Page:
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About LongMan

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  1. Did you have the opportunity to play one? What do you think?
  2. Not a knockoff, but actually the same company. Göldo Music GmbH is the mothership, Göldo (all variety of guitar parts), Duesenberg (guitars, spare parts, merchandise) and Kluson (tuning machines) are trademarks of Göldo Music. Just read the imprint of goeldo.de :-)
  3. Great job! Looks awesome with the gold staple magnets and unworn gold plating. Like that look, maybe I should get a second one Well... actually you were told right. The Kluson wafflebacks are considerably larger than the Epiphone deluxe tuners. I had to "convince" them to drop in If you have a close look you'll see that I slightly "shaved" them. After all that was more a result of being stubborn than a technical masterstroke But it payed off from my point of view. Seems we basically had the same idea Thanks! Me too: https://www.lespaulforum.com/forum/showthread.php?190622-Beauty-of-The-Black-Beauty-The-quot-Alnico-quot-Custom-thread History and nice images galore.
  4. I'm not able to decide if that guitar is a fake or not. However here are some things to consider: • The Elite series started in 2002, and was later relabeled to Elitist (in 2004 I guess) - so it is unlikely that this is a guitar from 2001 if it is a genuine Elitist model. • The serial number would point to 2011 rather than 2001 on an Elitist model (my Casino Elitist serial starts with T1.... as well, and that is a 2011 model made at Terada plant Japan). • The Elitist label is indeed a print and not a sticker: • As an Elitist Casino 1965 VS it should have Grover tuners: The 3-screw trussrod cover however would be correct, see above. On the other hand my other Elite Epiphones have Gibson style 2-screw TRCs that are engraved GIBSON (not Elite or Elitist). Seems they changed the TRCs between models and years.
  5. Two pickups of the same type with slightly higher DC resistance on the bridge PU is the classic way. That's good for a choice between 3 tonal colors with more or less even output on either end. A beefed up bridge PU is the more modern way, considerably more output on the bridge PU, for easier to achieve overdriven sounds. From my experience pickups make all the difference. At least on amplifiers that really get the guitars own sound across the whole signal chain. For example take a Bad Cat Classic, simplest 20W 6V6 tube amp you can imagine, Volume, Tone, that's it. Then feed it with Gibson Classic 57 (CS ES-359), Gibson MHS humbuckers (CS ES-345), Duesenberg Grand Vintage humbucker (Fullerton), Epiphone Probucker (Bonamassa ES-355), Ibanez Super 58 (JSM100), Epiphone 50SR (Elite ES-335) etc., guitar all on 10, no pedals. On paper all these pickups are more or less knockoffs of the famous Gibson P.A.F. pickups, the guitars are all similar ES type semi hollows with center block. But you would be surprised how much difference you hear from the different pickups, even when mounted in the same guitar.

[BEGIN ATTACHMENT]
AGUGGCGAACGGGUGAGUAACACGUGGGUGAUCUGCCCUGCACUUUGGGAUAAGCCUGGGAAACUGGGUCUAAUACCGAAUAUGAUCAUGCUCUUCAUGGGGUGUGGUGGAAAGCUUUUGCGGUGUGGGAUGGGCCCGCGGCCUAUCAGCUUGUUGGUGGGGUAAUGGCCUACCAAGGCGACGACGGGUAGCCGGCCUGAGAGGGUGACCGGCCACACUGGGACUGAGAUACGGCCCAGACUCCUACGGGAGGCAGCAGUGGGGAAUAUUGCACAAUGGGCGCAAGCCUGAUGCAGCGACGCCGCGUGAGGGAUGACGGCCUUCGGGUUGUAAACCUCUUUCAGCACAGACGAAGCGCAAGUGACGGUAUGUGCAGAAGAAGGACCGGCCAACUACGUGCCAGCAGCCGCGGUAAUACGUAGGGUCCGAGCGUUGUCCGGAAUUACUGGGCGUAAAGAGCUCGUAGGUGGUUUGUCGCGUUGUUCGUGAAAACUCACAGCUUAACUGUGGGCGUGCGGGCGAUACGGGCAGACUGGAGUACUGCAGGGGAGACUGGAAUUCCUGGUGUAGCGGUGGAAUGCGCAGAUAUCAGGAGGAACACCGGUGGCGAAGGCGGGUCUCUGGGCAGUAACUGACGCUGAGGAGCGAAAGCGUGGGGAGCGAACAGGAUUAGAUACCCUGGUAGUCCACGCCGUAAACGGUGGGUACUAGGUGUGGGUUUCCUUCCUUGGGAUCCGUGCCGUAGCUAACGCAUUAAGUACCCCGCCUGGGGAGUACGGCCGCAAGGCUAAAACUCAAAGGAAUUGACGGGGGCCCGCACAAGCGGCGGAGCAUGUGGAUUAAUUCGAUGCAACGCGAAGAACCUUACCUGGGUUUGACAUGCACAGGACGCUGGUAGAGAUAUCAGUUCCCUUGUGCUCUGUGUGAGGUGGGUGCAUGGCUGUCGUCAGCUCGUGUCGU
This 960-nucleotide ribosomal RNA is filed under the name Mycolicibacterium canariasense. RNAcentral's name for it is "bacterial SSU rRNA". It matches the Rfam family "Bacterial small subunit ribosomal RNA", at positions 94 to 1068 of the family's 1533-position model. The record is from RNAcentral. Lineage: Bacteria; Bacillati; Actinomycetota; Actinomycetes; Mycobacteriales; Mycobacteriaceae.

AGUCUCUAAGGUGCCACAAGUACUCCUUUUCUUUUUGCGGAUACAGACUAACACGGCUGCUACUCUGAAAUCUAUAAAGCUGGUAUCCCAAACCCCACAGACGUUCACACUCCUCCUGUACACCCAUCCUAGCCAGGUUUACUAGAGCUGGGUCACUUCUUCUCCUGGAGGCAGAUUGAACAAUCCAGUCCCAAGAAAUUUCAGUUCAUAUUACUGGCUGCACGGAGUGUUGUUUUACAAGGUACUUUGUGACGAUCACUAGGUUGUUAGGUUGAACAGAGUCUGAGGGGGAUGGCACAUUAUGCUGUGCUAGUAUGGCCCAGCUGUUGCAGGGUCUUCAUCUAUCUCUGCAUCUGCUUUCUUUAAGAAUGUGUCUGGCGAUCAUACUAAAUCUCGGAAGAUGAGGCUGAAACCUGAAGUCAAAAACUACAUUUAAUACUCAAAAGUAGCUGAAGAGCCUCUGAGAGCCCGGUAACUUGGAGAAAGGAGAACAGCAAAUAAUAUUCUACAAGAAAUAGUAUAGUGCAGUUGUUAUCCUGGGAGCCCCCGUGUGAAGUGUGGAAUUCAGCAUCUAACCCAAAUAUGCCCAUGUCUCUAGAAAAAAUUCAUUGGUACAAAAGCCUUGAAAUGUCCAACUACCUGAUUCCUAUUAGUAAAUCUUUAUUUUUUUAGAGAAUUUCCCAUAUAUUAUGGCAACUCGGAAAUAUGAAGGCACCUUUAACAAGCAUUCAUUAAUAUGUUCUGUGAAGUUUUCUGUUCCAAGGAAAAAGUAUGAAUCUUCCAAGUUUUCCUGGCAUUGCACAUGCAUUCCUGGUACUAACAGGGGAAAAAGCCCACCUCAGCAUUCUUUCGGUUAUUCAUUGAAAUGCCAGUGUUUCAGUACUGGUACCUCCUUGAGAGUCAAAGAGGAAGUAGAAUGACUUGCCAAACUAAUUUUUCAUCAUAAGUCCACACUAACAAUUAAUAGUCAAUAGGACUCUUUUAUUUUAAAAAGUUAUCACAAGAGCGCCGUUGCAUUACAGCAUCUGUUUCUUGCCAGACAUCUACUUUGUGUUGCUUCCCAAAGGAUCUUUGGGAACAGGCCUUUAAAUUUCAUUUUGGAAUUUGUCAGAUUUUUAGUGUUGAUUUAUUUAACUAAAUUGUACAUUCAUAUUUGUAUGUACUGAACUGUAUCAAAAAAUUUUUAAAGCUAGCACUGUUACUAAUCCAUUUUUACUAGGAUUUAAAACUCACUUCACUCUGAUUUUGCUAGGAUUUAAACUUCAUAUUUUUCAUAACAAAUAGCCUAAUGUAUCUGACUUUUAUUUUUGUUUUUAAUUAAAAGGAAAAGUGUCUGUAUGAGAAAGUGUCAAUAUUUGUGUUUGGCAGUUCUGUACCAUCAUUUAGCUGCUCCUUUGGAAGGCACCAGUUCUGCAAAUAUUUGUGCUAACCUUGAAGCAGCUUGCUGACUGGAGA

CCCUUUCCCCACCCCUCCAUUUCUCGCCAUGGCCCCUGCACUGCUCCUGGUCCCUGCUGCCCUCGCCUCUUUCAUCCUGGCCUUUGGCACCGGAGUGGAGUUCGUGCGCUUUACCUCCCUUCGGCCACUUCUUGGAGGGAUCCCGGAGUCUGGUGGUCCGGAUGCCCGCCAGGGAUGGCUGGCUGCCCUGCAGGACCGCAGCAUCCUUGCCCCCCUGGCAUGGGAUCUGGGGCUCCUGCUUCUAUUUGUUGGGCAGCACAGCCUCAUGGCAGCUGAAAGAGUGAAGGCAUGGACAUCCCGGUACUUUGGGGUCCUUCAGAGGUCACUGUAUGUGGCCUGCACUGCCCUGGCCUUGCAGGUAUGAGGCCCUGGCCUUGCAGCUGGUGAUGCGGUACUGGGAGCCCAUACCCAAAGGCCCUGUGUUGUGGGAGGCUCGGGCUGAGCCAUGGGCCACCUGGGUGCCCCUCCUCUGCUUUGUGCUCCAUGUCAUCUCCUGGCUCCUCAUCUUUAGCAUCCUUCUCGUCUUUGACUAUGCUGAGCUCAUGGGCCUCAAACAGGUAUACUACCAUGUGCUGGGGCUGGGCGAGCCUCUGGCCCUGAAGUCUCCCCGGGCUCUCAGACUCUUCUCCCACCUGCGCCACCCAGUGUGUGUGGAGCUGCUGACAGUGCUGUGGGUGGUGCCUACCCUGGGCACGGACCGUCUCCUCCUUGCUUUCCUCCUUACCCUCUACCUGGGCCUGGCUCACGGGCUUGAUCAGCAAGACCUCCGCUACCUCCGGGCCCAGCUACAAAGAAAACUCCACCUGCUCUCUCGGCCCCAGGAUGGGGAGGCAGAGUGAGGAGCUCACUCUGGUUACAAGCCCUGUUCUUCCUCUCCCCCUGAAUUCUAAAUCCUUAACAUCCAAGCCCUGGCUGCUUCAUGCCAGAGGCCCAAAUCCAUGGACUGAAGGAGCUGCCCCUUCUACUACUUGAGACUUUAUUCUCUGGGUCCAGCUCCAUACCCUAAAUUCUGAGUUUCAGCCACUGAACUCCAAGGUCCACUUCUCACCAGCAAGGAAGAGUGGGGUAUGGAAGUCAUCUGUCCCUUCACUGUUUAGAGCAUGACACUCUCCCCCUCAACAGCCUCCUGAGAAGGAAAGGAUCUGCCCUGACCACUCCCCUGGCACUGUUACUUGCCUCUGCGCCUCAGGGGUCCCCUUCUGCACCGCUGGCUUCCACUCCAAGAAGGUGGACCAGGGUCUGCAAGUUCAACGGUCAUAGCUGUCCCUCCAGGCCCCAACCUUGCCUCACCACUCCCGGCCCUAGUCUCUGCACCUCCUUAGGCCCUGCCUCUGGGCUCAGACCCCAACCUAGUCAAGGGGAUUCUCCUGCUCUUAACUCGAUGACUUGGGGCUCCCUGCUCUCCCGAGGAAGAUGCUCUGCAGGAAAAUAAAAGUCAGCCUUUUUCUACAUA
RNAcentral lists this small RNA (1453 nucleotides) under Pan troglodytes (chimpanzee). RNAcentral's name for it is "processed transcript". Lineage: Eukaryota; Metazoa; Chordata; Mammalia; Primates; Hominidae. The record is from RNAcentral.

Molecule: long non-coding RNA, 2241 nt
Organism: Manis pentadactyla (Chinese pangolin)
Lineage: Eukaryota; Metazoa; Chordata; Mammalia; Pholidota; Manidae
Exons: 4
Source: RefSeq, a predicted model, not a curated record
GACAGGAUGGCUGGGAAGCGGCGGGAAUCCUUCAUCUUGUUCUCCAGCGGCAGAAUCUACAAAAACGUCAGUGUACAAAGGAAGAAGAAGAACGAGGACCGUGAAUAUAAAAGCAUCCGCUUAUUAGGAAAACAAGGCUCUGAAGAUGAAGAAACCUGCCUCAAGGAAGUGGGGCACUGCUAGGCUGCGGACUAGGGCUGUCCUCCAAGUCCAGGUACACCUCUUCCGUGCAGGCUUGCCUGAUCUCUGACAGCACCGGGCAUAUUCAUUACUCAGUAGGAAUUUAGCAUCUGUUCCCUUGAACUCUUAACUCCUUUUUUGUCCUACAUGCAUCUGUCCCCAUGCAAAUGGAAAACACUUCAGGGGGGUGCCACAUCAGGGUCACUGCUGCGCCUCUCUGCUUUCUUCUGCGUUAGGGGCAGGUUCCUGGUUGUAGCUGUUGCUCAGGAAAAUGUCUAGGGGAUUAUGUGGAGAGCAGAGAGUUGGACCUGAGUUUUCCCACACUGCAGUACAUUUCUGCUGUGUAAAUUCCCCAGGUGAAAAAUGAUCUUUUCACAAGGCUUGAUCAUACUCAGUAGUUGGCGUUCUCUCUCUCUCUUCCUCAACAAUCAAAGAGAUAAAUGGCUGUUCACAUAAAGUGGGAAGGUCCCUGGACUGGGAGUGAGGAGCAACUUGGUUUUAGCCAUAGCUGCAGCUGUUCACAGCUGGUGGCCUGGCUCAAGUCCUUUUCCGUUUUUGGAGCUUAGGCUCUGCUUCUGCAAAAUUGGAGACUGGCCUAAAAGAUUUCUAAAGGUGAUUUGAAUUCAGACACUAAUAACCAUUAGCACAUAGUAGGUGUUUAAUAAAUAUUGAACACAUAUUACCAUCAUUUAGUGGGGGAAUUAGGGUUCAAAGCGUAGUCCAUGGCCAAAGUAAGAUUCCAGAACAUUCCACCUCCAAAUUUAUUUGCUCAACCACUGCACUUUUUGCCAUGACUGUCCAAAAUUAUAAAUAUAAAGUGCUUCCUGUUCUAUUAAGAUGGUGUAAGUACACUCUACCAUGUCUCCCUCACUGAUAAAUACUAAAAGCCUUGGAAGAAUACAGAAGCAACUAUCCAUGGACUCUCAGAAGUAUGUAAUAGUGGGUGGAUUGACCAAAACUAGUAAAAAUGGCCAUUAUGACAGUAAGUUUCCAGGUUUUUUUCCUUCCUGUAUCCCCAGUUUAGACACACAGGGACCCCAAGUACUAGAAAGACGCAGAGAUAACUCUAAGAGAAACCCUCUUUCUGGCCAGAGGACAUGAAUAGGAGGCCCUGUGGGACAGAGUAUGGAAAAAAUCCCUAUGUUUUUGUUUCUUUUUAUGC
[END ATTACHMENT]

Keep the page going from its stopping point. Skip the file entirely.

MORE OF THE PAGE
6. And while we are on the topic: Here's my 2010 Riviera Ltd with Bigsby B7 and Duesenberg roller bridge: (It also has Grover Super Rotomatics, Gretsch Filtertron HS, 335 style pickguard, new harness and witchhead knobs. And yes, I actually have a couple of completely unmodified Epiphones )
  7. I'm glad you found some useful info in my description. Changing the pickup is pretty simple, especially if you keep the original harness. Just two solder joints and two pickup screws, that's all. The Lollar Staple is a direct replacement for the P90, uses the same braided wire, and is even wound with the same polarity as the Gibson neck P90. Means in the PU switch middle position the Lollar Staple and the Gibson bridge P90 together are hum cancelling.
  8. Just a question: Is that a Duesenberg Les Trem on your 1956 Standard Pro? How does it work? I thought about a Bigsby B7 or B70 on a Vibramate base plate, but I'm a bit scared by reports of people that had serious difficulties to get it to work on an Epiphone Les Paul. The Les Trem looks like a neat and clean solution. I love the vibratos on my Duesenberg Starplayer TV and Paloma anyway. Did you change the bridge? On a Riviera I use a roller bridge with a B7, that works really well. On the other hand Duesenberg uses tilting bridges with an excentric support on the bridge posts. So on a Duesenberg the entire bridge is tilting forth and back when you operate the vibrato.